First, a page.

Editorial: What if gambling fails? (And it should)
Let’s hope that there’s a Plan B. While there’s much to love in the first budget presented by Gov. Maggie Hassan – including more money for higher education and $28 million to address the failing mental health care system – her plan counts on $80 million in revenue from licensing the state’s first casino. But expanded gambling is not the answer to the state’s structural deficit and revenue problems. We urge the New Hampshire House, which has rejected casino gambling on a host of occasions, to do so again.
Hassan supports a single, high-end casino in the southern part of the state, presumably at Salem’s Rockingham Park raceway. She included $40 million from the license fee in her 2014 budget and another $40 million the following year. Going forward, she assumes that the state will take in “tens of millions of dollars” annually by taxing the casino’s winnings. Both estimate are suspect, at best. Given Massachusetts’s decision to site a casino somewhere between Boston and the New Hampshire border, and the national decline in gambling revenue, we doubt that anyone would pay $80 million for a license, unless that is, the state taxes casino revenue at a rate far lower than the rates charged by other states. It’s also unlikely that, even if approved, license revenue would arrive in time to balance the governor’s budget.
Both questions will be moot if the House says “no” to a casino. It has plenty of reasons to do so. Former governor John Lynch, in the last days of his fourth term, listed some of them. Once one casino was permitted, he saw no way to prevent others from following. Neither do we. The state’s take from a single casino will never be enough to allow the state to meet its obligations, so the temptation to allow them to proliferate will be big. So will the influence on lawmakers of a growing gambling lobby with money to burn.
Casino revenue, as the New Hampshire Center for Public Policy Studies reported last month, continues to decline. The more casinos proliferate e_SEnD Maine now has two and Massachusetts will soon have three – the less revenue each will take in.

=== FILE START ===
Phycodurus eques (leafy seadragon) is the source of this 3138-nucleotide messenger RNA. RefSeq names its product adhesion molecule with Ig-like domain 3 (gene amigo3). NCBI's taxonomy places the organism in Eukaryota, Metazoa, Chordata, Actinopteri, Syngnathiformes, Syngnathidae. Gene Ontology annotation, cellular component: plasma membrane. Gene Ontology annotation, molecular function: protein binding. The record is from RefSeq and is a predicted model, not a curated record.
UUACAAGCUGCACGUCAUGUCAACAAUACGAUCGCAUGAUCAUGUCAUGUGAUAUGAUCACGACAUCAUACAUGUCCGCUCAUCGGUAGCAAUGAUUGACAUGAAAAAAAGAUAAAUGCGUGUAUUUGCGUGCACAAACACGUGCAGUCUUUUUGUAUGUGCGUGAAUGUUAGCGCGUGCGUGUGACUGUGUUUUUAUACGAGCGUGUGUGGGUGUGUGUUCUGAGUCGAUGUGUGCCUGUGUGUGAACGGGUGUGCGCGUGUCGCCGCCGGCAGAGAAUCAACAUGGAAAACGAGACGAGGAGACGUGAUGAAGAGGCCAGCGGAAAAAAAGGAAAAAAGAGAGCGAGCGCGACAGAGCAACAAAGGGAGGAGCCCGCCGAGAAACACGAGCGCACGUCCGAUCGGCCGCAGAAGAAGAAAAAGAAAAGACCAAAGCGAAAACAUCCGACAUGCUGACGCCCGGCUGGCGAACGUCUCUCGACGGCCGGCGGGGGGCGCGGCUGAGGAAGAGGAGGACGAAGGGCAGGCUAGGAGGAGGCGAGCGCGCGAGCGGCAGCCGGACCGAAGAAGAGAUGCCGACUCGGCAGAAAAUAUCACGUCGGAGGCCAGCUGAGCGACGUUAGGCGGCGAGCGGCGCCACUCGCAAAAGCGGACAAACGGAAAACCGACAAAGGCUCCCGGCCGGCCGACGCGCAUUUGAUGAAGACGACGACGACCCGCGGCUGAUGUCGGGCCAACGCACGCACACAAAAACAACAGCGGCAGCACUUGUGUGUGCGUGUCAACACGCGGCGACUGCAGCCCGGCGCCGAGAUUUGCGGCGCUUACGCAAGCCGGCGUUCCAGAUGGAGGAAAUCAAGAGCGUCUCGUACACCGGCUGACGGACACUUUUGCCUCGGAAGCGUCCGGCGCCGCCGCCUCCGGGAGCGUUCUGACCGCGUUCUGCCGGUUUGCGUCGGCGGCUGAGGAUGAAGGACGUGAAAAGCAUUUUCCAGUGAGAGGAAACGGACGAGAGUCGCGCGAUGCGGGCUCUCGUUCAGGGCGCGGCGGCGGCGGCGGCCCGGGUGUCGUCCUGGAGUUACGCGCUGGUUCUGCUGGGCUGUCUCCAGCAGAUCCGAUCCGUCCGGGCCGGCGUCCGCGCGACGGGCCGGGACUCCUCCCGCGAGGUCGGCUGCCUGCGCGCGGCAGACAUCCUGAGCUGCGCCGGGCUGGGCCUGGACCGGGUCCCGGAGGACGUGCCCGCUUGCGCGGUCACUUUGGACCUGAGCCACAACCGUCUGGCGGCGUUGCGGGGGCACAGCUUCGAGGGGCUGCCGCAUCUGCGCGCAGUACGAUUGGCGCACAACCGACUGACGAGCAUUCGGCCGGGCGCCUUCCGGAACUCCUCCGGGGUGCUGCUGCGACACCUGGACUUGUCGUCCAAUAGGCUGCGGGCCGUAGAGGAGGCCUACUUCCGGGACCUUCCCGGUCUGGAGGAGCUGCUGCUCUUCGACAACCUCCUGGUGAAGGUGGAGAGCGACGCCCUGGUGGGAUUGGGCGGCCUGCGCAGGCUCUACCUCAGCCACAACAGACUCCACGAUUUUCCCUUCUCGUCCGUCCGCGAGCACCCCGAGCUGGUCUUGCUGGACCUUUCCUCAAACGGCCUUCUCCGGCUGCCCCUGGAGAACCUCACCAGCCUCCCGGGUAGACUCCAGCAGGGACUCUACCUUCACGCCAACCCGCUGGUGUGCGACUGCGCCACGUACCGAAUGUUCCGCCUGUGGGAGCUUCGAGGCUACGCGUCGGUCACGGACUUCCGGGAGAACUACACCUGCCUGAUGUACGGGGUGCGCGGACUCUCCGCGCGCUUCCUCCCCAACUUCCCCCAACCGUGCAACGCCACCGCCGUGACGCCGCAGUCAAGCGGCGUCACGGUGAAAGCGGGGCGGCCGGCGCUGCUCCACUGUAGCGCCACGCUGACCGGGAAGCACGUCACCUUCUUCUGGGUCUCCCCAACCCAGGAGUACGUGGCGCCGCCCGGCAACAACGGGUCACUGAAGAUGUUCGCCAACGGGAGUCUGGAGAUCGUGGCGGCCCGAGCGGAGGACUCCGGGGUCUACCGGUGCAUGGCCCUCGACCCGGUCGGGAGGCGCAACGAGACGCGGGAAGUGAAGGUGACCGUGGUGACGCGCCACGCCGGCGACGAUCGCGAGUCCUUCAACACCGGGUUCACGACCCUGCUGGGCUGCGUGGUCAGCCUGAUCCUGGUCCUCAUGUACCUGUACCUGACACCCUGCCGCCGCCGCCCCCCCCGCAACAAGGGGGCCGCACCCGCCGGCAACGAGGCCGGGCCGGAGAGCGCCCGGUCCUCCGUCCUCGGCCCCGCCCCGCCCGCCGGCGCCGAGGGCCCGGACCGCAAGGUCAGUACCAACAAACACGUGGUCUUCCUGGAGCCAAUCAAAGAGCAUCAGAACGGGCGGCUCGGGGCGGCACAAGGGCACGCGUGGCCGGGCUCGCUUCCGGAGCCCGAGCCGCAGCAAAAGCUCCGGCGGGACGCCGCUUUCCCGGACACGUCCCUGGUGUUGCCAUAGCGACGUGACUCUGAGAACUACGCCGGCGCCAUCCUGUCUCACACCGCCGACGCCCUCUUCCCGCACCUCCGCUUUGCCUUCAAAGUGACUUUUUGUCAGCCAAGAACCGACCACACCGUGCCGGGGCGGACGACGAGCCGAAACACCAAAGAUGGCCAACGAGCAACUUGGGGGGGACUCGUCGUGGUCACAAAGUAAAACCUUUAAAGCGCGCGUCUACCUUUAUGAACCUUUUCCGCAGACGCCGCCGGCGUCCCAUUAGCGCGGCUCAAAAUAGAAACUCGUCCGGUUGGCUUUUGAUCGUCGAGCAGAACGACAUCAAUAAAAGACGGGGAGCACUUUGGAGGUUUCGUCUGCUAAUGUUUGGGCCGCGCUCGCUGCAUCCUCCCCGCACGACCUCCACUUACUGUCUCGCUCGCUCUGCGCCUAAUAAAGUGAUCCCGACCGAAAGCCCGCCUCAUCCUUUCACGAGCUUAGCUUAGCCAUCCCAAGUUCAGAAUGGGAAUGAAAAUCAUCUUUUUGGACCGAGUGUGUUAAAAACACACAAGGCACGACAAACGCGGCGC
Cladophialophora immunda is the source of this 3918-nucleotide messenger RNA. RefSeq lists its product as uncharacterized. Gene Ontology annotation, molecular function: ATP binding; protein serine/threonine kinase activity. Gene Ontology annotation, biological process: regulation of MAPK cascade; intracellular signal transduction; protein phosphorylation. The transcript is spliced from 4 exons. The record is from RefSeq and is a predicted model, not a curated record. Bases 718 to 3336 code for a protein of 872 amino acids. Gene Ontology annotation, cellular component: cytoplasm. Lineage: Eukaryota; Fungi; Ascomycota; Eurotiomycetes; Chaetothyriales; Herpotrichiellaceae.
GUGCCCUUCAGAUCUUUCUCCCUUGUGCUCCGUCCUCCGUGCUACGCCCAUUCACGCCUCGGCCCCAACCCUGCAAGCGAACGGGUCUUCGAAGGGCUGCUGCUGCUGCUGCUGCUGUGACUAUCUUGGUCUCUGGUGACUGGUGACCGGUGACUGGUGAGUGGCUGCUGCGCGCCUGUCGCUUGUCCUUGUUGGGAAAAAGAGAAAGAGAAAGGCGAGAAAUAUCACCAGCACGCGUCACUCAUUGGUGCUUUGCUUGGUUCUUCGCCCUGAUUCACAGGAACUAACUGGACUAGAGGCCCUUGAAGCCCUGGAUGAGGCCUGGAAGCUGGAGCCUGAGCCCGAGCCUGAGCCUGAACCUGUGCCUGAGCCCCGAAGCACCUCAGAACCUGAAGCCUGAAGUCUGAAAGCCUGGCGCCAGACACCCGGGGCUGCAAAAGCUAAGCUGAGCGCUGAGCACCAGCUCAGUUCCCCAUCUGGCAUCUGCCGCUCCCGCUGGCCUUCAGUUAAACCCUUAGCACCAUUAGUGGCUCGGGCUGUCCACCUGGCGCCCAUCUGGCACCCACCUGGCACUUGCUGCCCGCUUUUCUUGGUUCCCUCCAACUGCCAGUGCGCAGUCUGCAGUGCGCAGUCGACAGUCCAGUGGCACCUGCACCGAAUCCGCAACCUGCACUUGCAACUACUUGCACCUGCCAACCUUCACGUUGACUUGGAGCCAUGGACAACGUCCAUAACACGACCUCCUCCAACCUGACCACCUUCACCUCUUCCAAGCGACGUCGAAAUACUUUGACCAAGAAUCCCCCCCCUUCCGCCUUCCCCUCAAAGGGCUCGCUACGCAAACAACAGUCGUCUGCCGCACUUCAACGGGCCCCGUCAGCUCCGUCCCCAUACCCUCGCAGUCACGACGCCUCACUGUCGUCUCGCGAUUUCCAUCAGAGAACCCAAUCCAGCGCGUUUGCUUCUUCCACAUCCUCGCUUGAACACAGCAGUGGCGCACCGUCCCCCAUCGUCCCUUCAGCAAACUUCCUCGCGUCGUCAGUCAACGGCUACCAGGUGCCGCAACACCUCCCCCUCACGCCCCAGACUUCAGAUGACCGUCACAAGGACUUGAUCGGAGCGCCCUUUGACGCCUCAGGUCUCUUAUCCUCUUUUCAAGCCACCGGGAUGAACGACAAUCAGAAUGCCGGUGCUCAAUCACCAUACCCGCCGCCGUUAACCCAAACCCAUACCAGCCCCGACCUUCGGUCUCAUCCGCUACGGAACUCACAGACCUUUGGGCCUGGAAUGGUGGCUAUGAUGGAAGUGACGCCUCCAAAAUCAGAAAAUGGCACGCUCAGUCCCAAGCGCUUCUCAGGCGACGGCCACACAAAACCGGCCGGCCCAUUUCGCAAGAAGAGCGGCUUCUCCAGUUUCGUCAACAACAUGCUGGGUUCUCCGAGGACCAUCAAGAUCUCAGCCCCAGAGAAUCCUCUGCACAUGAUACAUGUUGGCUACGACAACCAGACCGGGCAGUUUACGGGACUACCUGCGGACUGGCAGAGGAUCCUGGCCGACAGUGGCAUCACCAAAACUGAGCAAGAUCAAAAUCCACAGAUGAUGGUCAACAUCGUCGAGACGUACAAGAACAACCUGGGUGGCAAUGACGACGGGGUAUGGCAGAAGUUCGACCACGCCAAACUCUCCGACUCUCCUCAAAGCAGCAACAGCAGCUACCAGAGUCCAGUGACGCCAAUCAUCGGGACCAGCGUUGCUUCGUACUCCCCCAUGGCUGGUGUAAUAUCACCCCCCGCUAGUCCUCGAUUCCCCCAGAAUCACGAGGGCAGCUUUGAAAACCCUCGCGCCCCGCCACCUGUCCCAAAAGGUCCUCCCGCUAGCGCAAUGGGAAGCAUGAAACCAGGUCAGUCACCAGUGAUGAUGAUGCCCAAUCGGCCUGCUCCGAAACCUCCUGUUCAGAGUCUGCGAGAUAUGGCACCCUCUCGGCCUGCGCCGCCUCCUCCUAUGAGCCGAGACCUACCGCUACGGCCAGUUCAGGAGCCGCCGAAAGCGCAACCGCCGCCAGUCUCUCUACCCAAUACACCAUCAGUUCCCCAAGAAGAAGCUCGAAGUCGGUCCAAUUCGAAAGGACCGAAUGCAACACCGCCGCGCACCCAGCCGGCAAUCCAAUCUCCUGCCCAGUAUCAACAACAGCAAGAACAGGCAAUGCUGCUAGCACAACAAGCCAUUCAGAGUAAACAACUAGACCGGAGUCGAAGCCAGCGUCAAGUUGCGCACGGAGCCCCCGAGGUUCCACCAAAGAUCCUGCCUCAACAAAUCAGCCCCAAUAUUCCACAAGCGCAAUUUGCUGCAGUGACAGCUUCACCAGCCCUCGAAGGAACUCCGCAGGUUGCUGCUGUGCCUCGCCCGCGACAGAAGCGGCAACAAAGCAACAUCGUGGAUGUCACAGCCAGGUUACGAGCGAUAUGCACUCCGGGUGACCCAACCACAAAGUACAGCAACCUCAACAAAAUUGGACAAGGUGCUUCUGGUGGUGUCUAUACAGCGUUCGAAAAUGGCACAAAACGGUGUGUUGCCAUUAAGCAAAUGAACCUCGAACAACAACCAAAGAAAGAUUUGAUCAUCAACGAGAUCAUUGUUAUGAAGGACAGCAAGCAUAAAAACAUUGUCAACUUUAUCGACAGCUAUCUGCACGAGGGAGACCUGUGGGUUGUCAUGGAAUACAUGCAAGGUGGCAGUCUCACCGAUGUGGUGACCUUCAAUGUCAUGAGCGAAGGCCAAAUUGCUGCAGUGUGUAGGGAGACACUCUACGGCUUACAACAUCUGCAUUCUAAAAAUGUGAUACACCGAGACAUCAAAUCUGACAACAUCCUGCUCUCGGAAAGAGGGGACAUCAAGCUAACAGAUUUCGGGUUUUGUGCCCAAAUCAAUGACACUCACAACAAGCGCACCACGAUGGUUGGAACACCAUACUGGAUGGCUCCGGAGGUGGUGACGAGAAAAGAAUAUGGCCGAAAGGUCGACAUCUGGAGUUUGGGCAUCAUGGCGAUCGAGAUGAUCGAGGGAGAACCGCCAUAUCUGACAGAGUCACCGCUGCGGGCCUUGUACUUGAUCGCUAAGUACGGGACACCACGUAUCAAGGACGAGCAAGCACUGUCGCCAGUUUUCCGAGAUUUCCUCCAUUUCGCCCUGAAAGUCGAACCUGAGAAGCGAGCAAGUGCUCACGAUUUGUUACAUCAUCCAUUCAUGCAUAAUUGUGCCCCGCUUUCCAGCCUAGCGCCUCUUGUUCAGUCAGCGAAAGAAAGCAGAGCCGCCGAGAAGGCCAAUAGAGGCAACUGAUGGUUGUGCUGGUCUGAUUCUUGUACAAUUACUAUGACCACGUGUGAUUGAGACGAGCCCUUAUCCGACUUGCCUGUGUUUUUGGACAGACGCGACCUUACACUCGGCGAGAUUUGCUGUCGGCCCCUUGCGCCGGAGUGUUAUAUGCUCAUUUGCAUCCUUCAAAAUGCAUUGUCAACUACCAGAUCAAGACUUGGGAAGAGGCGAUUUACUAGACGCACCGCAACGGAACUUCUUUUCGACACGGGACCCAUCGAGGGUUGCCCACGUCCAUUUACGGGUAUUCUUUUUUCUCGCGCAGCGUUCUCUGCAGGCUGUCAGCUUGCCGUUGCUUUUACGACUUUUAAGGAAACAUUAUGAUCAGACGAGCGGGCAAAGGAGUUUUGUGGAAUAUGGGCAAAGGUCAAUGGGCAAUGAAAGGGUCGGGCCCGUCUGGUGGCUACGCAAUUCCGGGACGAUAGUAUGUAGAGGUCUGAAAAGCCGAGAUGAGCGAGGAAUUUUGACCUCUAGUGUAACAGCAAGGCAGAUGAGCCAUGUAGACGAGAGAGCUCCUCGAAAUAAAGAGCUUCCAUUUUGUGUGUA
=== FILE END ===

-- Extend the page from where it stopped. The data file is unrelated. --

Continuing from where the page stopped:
Any honest estimate of the state’s net take from a casino, or the number of jobs added, must consider the added expense of addressing the social costs that come with expanded gambling and the impact of diverting a large block of disposable income away from existing businesses. That will cost jobs. Add to that the damage expanded gambling will have on the state’s brand as a family destination and outdoor paradise, and the net financial effect will be negligible and perhaps even negative.
Hassan, with help from a volunteer team of old hands and budget experts, did an admirable job of creating a budget that goes a long way toward repairing the damage done by the last Legislature with irresponsible cuts to spending and revenue. Her proposals to build a 328-bed, $38 million women’s prison, spend $28 million to augment grossly inadequate mental health services, better fund higher education, and restore some money wrongly taken from the state’s hospitals, if implemented, could lead to the settlement of lawsuits. Her estimates of revenue increases from existing sources are conservative. But it’s hard to cheer a budget that’s based in good measure on something that shouldn’t happen.
The state has, in the past, balanced its budgets by taxing the poor at a rate four times that of the rich, by using federal money meant to provide health care for the poor to fill the general fund and, in the last budget, by taxing non-profit hospitals and hospice beds. Its governor now wants to meet the state’s needs in a way that guarantees more problem gamblers and gambling addicts and less revenue for the state’s existing restaurants and other businesses. That makes Hassan’s offering yet another disappointing budget.